How Warhol become one of the undead who haunts the ark market; and Brighton hosts Kate Bush ambush
Alice Jones' Arts Diary
Where does art go to die? Frieze New York, apparently.
Or at least that is what an installation by Andra Ursuta will suggest. The Romanian artist is planning to install an art cemetery outside the tents in Randall’s Island Park when the fair opens next weekend. The graveyard of marble tombstones will give visitors a chance to ponder the “afterlife” and “the fate that inevitably looms over some of the art” once the fair moves on. “The art world is like a global religious institution”, she explains. “It even has its own system for marking time through a ritualised succession of art fairs and biennials that provide, if not eternal life, at least a continuum of eternal returns… But the eternal return is also a function of the undead, who tirelessly haunt the living—like all those Andy Warhol dollar-sign prints that no one wants.” How will the New York art crowd take to that?
You won't see the park for the Bushes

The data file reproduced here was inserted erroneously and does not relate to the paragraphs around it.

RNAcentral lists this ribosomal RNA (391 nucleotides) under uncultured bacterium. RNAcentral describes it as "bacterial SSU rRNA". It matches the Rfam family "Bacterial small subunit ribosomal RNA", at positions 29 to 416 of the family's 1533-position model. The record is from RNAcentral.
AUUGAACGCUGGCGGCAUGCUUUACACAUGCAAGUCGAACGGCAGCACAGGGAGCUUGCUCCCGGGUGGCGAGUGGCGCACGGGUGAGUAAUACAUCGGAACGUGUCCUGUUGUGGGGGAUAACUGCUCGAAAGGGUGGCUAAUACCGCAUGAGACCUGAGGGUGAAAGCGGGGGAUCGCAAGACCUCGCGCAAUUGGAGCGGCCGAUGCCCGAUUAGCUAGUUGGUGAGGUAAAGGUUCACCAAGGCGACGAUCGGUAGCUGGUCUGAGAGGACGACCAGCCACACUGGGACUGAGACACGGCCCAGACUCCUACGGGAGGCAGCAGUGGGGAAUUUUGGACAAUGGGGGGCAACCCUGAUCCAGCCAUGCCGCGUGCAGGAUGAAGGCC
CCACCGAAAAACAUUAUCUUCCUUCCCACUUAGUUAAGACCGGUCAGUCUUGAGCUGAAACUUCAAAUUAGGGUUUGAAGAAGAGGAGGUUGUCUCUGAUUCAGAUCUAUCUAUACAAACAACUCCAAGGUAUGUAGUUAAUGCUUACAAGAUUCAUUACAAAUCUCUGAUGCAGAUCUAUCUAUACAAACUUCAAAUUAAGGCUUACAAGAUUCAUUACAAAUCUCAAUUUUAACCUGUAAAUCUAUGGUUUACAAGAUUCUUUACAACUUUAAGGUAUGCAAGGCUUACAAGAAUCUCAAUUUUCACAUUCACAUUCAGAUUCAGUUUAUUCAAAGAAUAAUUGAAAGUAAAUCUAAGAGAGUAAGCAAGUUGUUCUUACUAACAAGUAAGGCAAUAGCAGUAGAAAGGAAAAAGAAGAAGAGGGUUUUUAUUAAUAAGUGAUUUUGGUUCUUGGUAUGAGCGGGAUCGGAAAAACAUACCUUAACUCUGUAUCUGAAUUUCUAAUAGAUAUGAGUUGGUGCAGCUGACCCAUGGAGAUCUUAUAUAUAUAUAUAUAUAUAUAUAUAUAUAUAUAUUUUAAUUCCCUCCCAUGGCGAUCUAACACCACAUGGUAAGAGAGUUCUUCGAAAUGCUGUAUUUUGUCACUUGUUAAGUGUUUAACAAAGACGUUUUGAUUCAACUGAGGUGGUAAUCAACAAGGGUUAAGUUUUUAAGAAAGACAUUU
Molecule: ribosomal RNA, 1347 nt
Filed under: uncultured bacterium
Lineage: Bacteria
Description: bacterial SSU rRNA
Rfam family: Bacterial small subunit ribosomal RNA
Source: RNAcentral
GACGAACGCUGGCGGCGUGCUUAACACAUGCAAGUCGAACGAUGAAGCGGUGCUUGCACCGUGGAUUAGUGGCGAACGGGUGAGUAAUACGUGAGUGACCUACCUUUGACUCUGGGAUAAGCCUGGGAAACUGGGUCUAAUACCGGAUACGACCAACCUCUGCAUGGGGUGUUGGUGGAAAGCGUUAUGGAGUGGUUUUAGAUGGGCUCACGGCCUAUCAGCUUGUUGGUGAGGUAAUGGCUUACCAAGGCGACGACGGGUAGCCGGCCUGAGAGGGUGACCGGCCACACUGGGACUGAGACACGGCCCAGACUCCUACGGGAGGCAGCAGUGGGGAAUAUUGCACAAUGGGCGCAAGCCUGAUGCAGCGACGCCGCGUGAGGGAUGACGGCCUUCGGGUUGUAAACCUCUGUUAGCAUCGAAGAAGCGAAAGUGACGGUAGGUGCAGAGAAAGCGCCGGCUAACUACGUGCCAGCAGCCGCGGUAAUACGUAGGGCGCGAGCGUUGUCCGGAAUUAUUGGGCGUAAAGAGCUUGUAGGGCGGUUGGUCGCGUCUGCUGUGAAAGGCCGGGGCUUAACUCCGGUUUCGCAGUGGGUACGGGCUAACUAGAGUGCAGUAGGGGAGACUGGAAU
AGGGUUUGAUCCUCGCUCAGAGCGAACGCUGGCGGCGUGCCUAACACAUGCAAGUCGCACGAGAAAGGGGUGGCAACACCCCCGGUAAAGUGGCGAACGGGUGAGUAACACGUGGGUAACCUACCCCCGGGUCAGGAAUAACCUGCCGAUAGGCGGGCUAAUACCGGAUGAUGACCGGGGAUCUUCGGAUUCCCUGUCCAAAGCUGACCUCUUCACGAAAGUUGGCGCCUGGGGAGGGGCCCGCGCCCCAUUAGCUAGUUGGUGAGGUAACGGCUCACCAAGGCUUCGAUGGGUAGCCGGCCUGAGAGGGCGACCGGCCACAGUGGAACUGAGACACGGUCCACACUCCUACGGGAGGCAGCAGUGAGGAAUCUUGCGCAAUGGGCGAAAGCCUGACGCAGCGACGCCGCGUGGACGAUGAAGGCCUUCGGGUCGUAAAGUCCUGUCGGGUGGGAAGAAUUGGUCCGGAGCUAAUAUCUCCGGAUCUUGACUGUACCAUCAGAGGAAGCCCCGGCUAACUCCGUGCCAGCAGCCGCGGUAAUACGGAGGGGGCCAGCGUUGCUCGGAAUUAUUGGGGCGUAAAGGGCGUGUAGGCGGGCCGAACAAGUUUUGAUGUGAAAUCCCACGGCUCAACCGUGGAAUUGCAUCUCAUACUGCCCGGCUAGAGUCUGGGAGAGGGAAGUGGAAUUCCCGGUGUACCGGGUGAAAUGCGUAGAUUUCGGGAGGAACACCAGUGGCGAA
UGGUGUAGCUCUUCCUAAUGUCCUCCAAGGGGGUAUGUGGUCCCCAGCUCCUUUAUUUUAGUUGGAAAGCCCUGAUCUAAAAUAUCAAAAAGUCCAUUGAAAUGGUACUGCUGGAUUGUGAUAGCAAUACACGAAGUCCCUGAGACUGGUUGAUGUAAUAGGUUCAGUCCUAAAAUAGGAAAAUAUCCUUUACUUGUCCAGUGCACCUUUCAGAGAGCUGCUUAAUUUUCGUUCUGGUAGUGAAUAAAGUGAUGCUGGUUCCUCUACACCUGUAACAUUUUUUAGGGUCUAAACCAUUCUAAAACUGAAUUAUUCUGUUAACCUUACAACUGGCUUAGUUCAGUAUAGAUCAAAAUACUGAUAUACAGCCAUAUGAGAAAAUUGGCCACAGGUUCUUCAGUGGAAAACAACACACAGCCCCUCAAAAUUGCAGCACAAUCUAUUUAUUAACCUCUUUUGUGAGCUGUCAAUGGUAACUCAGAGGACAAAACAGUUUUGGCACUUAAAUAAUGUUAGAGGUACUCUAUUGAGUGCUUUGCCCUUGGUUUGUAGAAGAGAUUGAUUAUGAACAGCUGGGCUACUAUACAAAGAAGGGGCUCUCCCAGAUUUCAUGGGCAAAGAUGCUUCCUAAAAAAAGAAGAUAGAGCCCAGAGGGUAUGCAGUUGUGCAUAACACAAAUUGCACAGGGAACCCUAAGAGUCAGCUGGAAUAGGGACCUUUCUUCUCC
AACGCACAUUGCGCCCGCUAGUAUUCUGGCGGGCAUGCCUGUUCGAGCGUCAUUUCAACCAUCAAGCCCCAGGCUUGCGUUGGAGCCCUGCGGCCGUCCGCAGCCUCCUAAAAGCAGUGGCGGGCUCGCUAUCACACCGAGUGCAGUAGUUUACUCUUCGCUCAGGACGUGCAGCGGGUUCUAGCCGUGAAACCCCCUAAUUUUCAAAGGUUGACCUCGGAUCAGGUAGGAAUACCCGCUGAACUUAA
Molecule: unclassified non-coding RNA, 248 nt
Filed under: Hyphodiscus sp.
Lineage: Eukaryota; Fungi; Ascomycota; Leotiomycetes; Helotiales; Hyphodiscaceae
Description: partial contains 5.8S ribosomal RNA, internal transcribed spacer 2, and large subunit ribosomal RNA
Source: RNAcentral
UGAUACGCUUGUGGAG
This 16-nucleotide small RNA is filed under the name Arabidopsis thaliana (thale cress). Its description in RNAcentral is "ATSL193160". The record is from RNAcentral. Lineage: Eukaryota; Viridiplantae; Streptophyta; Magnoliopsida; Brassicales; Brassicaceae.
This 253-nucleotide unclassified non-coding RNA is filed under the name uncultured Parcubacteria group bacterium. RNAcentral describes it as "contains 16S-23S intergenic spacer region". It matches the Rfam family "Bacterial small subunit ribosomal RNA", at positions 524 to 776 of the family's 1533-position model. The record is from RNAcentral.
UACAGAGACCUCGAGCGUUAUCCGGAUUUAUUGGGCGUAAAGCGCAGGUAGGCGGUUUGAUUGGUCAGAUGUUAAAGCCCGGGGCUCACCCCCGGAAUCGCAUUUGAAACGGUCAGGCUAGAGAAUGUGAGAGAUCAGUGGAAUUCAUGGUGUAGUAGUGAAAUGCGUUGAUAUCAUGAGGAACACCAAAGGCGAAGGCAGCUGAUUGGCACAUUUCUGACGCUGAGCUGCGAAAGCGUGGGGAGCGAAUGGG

Do you like Kate Bush? And interpretative dance? Then the Brighton Fringe needs you. On 25May, the Shambush theatre collective will stage a mass re-enactment of the star’s “Wuthering Heights” video in Stanmer Park. Participants in The Ultimate Kate Bush Experience are requested to turn up in red dresses and long wigs, ready to dance. “None of us are trained dancers. We’re trying to learn the routine at the moment”, George Sworder, co-director of Shambush tells me. “It’s quite long. People just move to her music in their own way. I don’t know of any other artist who inspires like that.” They are hoping 200-300 people will turn up, including, possibly, Bush herself. “We invited her but she hasn’t got back to us yet.”
Also in the Arts Diary:
Film The critics but sneer but these unfashionable festive films are our favourites
TV We're so close to knowing what happened to Oliver Hughes, but a last-minute bluff crushes expectations
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